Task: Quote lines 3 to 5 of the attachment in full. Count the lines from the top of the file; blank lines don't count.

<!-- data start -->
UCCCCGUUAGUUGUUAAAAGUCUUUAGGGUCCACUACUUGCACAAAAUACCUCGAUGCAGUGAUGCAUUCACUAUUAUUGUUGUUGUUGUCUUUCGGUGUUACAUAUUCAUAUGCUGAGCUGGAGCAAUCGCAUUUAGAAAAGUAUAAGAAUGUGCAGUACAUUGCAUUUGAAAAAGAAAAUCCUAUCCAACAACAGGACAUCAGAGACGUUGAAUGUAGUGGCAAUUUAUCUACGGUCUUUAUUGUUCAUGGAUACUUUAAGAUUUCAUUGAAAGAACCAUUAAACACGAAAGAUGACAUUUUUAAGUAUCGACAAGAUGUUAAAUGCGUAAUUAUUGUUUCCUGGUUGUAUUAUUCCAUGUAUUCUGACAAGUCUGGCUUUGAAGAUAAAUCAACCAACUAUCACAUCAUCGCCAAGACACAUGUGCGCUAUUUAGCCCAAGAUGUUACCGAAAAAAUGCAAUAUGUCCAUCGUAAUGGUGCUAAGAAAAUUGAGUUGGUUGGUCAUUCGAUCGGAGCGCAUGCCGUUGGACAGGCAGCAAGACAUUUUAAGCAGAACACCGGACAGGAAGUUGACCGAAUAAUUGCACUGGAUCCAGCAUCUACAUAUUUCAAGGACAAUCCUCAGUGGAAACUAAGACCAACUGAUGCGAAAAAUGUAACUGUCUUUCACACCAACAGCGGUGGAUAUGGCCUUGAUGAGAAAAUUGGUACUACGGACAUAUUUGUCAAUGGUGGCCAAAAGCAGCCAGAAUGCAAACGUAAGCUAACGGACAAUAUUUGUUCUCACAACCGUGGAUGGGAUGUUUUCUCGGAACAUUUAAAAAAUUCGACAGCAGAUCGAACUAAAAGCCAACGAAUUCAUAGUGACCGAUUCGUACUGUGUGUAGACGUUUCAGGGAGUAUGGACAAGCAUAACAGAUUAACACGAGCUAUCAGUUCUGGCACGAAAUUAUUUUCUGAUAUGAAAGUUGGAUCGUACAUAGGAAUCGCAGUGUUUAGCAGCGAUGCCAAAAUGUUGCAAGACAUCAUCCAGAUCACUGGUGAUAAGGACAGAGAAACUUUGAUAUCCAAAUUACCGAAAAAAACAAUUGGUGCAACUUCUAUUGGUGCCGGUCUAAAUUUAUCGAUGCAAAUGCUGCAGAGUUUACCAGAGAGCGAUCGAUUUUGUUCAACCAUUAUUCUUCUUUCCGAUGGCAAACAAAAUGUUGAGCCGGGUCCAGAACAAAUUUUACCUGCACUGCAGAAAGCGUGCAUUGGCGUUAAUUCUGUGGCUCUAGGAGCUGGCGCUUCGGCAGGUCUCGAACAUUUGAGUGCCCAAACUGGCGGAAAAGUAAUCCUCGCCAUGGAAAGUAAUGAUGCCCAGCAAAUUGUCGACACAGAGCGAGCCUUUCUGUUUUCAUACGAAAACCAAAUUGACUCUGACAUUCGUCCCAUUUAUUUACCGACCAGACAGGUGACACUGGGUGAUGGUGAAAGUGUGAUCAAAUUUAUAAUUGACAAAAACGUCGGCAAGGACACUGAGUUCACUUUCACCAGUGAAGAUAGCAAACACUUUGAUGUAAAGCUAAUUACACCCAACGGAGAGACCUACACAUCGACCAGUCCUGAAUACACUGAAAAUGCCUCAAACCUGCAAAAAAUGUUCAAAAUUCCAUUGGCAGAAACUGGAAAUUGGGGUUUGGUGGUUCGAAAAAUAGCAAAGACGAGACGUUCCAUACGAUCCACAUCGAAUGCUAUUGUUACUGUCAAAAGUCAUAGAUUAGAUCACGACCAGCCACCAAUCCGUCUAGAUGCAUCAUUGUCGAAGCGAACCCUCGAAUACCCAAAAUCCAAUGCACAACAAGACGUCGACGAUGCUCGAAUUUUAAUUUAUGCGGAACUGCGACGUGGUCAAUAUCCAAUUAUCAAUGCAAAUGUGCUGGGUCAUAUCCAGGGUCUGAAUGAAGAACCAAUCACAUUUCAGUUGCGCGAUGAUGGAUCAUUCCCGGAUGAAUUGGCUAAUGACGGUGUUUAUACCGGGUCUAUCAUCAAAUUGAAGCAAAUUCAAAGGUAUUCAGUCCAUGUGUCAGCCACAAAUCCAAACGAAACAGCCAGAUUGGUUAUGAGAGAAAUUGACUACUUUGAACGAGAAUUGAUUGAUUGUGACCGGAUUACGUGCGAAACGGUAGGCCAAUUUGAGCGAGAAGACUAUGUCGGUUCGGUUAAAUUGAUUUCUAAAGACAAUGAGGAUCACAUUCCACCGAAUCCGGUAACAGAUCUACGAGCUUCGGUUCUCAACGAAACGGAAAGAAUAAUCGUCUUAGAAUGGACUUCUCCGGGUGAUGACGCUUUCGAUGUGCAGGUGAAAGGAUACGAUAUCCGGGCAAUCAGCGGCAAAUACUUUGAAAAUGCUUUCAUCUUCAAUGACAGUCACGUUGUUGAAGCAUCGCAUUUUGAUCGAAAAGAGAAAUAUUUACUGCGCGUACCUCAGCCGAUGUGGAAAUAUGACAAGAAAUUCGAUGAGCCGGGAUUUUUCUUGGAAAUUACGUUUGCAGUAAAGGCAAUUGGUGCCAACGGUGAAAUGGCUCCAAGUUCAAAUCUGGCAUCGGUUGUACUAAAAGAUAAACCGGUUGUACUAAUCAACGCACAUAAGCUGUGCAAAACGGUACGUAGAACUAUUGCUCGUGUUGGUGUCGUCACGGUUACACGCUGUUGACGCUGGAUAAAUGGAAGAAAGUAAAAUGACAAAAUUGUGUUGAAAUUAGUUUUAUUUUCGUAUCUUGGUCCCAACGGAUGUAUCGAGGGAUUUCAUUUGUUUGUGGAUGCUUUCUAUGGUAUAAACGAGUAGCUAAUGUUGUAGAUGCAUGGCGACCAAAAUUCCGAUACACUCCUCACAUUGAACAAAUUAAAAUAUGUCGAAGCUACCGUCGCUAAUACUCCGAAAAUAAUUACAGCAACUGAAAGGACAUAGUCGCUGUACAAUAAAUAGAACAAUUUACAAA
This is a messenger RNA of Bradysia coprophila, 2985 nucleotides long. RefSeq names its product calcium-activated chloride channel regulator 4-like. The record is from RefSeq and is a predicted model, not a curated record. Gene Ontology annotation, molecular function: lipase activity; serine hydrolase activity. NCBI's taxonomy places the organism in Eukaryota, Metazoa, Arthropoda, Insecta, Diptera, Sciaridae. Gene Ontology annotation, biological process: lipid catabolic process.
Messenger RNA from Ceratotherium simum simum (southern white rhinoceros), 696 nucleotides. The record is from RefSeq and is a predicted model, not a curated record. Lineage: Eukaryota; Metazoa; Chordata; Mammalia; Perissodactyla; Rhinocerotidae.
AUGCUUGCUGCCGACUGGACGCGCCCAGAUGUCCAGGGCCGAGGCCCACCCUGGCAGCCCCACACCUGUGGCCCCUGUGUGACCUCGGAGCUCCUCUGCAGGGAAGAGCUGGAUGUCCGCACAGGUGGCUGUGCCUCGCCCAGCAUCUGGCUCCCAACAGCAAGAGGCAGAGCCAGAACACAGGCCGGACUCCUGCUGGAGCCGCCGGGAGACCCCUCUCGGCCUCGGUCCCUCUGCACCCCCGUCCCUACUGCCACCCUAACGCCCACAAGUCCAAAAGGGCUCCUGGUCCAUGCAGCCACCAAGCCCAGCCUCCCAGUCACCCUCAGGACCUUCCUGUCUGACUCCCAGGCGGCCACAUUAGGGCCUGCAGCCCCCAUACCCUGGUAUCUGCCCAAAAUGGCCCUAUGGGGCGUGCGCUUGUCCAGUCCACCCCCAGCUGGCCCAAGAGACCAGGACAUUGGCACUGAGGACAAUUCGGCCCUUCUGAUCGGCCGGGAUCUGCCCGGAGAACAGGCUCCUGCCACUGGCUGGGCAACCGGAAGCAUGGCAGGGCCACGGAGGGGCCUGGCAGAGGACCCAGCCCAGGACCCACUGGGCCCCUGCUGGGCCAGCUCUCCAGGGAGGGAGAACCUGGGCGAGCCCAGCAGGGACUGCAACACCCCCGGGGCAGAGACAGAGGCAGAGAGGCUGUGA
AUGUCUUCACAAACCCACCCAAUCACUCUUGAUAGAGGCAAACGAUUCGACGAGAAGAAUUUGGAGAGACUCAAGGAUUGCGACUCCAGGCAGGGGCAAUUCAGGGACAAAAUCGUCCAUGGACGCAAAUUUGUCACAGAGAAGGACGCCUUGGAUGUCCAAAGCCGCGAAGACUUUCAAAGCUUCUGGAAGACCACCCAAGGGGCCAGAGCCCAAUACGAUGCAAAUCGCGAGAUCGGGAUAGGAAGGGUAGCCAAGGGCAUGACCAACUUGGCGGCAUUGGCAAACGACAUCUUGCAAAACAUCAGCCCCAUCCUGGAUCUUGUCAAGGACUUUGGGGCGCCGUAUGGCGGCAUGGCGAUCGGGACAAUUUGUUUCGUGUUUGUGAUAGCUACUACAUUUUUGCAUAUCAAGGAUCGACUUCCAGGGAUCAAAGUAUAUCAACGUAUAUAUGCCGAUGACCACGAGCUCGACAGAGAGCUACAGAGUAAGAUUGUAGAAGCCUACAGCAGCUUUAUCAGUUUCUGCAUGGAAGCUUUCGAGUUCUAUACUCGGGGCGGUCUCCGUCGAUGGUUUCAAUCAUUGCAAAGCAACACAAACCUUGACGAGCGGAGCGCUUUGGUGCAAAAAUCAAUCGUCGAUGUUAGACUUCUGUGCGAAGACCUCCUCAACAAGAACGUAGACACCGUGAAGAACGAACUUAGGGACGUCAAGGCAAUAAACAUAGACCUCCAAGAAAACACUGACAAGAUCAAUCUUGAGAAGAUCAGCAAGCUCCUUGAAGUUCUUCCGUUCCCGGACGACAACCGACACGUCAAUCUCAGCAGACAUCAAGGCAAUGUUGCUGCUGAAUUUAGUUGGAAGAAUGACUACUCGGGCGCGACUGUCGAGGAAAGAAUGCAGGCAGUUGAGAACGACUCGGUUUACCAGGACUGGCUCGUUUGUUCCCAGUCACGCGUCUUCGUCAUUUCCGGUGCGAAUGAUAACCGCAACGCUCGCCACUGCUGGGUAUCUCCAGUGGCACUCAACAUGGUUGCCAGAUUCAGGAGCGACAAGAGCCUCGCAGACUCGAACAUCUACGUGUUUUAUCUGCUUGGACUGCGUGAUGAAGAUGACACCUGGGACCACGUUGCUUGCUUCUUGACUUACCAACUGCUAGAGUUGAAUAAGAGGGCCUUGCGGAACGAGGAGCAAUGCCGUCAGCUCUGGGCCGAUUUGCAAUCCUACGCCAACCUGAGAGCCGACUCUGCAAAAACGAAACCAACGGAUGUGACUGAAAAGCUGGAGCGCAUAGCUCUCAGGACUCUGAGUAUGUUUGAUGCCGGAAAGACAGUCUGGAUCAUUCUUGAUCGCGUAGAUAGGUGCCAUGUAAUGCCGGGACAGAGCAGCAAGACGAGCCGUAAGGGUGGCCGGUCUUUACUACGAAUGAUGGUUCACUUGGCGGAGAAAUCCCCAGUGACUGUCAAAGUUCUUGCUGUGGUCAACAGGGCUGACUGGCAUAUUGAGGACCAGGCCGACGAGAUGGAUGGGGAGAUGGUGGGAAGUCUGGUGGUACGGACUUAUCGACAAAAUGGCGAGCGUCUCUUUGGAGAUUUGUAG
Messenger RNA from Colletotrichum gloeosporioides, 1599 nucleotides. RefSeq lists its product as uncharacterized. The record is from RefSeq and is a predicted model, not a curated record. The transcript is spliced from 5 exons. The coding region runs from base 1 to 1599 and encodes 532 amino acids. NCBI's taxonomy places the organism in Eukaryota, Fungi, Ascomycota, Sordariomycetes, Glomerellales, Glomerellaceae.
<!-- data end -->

Messenger RNA from Ceratotherium simum simum (southern white rhinoceros), 696 nucleotides. The record is from RefSeq and is a predicted model, not a curated record. Lineage: Eukaryota; Metazoa; Chordata; Mammalia; Perissodactyla; Rhinocerotidae.
AUGCUUGCUGCCGACUGGACGCGCCCAGAUGUCCAGGGCCGAGGCCCACCCUGGCAGCCCCACACCUGUGGCCCCUGUGUGACCUCGGAGCUCCUCUGCAGGGAAGAGCUGGAUGUCCGCACAGGUGGCUGUGCCUCGCCCAGCAUCUGGCUCCCAACAGCAAGAGGCAGAGCCAGAACACAGGCCGGACUCCUGCUGGAGCCGCCGGGAGACCCCUCUCGGCCUCGGUCCCUCUGCACCCCCGUCCCUACUGCCACCCUAACGCCCACAAGUCCAAAAGGGCUCCUGGUCCAUGCAGCCACCAAGCCCAGCCUCCCAGUCACCCUCAGGACCUUCCUGUCUGACUCCCAGGCGGCCACAUUAGGGCCUGCAGCCCCCAUACCCUGGUAUCUGCCCAAAAUGGCCCUAUGGGGCGUGCGCUUGUCCAGUCCACCCCCAGCUGGCCCAAGAGACCAGGACAUUGGCACUGAGGACAAUUCGGCCCUUCUGAUCGGCCGGGAUCUGCCCGGAGAACAGGCUCCUGCCACUGGCUGGGCAACCGGAAGCAUGGCAGGGCCACGGAGGGGCCUGGCAGAGGACCCAGCCCAGGACCCACUGGGCCCCUGCUGGGCCAGCUCUCCAGGGAGGGAGAACCUGGGCGAGCCCAGCAGGGACUGCAACACCCCCGGGGCAGAGACAGAGGCAGAGAGGCUGUGA
AUGUCUUCACAAACCCACCCAAUCACUCUUGAUAGAGGCAAACGAUUCGACGAGAAGAAUUUGGAGAGACUCAAGGAUUGCGACUCCAGGCAGGGGCAAUUCAGGGACAAAAUCGUCCAUGGACGCAAAUUUGUCACAGAGAAGGACGCCUUGGAUGUCCAAAGCCGCGAAGACUUUCAAAGCUUCUGGAAGACCACCCAAGGGGCCAGAGCCCAAUACGAUGCAAAUCGCGAGAUCGGGAUAGGAAGGGUAGCCAAGGGCAUGACCAACUUGGCGGCAUUGGCAAACGACAUCUUGCAAAACAUCAGCCCCAUCCUGGAUCUUGUCAAGGACUUUGGGGCGCCGUAUGGCGGCAUGGCGAUCGGGACAAUUUGUUUCGUGUUUGUGAUAGCUACUACAUUUUUGCAUAUCAAGGAUCGACUUCCAGGGAUCAAAGUAUAUCAACGUAUAUAUGCCGAUGACCACGAGCUCGACAGAGAGCUACAGAGUAAGAUUGUAGAAGCCUACAGCAGCUUUAUCAGUUUCUGCAUGGAAGCUUUCGAGUUCUAUACUCGGGGCGGUCUCCGUCGAUGGUUUCAAUCAUUGCAAAGCAACACAAACCUUGACGAGCGGAGCGCUUUGGUGCAAAAAUCAAUCGUCGAUGUUAGACUUCUGUGCGAAGACCUCCUCAACAAGAACGUAGACACCGUGAAGAACGAACUUAGGGACGUCAAGGCAAUAAACAUAGACCUCCAAGAAAACACUGACAAGAUCAAUCUUGAGAAGAUCAGCAAGCUCCUUGAAGUUCUUCCGUUCCCGGACGACAACCGACACGUCAAUCUCAGCAGACAUCAAGGCAAUGUUGCUGCUGAAUUUAGUUGGAAGAAUGACUACUCGGGCGCGACUGUCGAGGAAAGAAUGCAGGCAGUUGAGAACGACUCGGUUUACCAGGACUGGCUCGUUUGUUCCCAGUCACGCGUCUUCGUCAUUUCCGGUGCGAAUGAUAACCGCAACGCUCGCCACUGCUGGGUAUCUCCAGUGGCACUCAACAUGGUUGCCAGAUUCAGGAGCGACAAGAGCCUCGCAGACUCGAACAUCUACGUGUUUUAUCUGCUUGGACUGCGUGAUGAAGAUGACACCUGGGACCACGUUGCUUGCUUCUUGACUUACCAACUGCUAGAGUUGAAUAAGAGGGCCUUGCGGAACGAGGAGCAAUGCCGUCAGCUCUGGGCCGAUUUGCAAUCCUACGCCAACCUGAGAGCCGACUCUGCAAAAACGAAACCAACGGAUGUGACUGAAAAGCUGGAGCGCAUAGCUCUCAGGACUCUGAGUAUGUUUGAUGCCGGAAAGACAGUCUGGAUCAUUCUUGAUCGCGUAGAUAGGUGCCAUGUAAUGCCGGGACAGAGCAGCAAGACGAGCCGUAAGGGUGGCCGGUCUUUACUACGAAUGAUGGUUCACUUGGCGGAGAAAUCCCCAGUGACUGUCAAAGUUCUUGCUGUGGUCAACAGGGCUGACUGGCAUAUUGAGGACCAGGCCGACGAGAUGGAUGGGGAGAUGGUGGGAAGUCUGGUGGUACGGACUUAUCGACAAAAUGGCGAGCGUCUCUUUGGAGAUUUGUAG